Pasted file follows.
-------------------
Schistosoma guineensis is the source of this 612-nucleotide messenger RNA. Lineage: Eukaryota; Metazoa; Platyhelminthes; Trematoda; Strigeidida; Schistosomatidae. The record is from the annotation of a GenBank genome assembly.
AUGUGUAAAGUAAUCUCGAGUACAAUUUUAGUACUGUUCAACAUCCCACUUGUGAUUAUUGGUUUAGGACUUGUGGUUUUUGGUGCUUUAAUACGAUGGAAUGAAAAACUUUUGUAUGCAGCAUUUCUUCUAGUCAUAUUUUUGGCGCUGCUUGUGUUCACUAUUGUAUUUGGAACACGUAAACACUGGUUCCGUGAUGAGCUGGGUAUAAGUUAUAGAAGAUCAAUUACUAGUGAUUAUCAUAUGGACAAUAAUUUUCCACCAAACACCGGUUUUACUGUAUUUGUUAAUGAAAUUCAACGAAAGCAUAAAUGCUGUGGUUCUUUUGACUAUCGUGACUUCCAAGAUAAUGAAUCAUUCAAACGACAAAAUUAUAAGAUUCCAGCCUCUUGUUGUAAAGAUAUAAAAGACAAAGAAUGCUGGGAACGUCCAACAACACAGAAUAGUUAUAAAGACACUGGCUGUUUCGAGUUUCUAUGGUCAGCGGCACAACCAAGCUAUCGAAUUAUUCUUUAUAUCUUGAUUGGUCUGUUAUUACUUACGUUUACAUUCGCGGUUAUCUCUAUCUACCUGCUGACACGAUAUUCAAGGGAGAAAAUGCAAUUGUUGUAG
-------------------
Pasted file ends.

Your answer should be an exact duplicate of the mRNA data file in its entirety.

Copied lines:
Schistosoma guineensis is the source of this 612-nucleotide messenger RNA. Lineage: Eukaryota; Metazoa; Platyhelminthes; Trematoda; Strigeidida; Schistosomatidae. The record is from the annotation of a GenBank genome assembly.
AUGUGUAAAGUAAUCUCGAGUACAAUUUUAGUACUGUUCAACAUCCCACUUGUGAUUAUUGGUUUAGGACUUGUGGUUUUUGGUGCUUUAAUACGAUGGAAUGAAAAACUUUUGUAUGCAGCAUUUCUUCUAGUCAUAUUUUUGGCGCUGCUUGUGUUCACUAUUGUAUUUGGAACACGUAAACACUGGUUCCGUGAUGAGCUGGGUAUAAGUUAUAGAAGAUCAAUUACUAGUGAUUAUCAUAUGGACAAUAAUUUUCCACCAAACACCGGUUUUACUGUAUUUGUUAAUGAAAUUCAACGAAAGCAUAAAUGCUGUGGUUCUUUUGACUAUCGUGACUUCCAAGAUAAUGAAUCAUUCAAACGACAAAAUUAUAAGAUUCCAGCCUCUUGUUGUAAAGAUAUAAAAGACAAAGAAUGCUGGGAACGUCCAACAACACAGAAUAGUUAUAAAGACACUGGCUGUUUCGAGUUUCUAUGGUCAGCGGCACAACCAAGCUAUCGAAUUAUUCUUUAUAUCUUGAUUGGUCUGUUAUUACUUACGUUUACAUUCGCGGUUAUCUCUAUCUACCUGCUGACACGAUAUUCAAGGGAGAAAAUGCAAUUGUUGUAG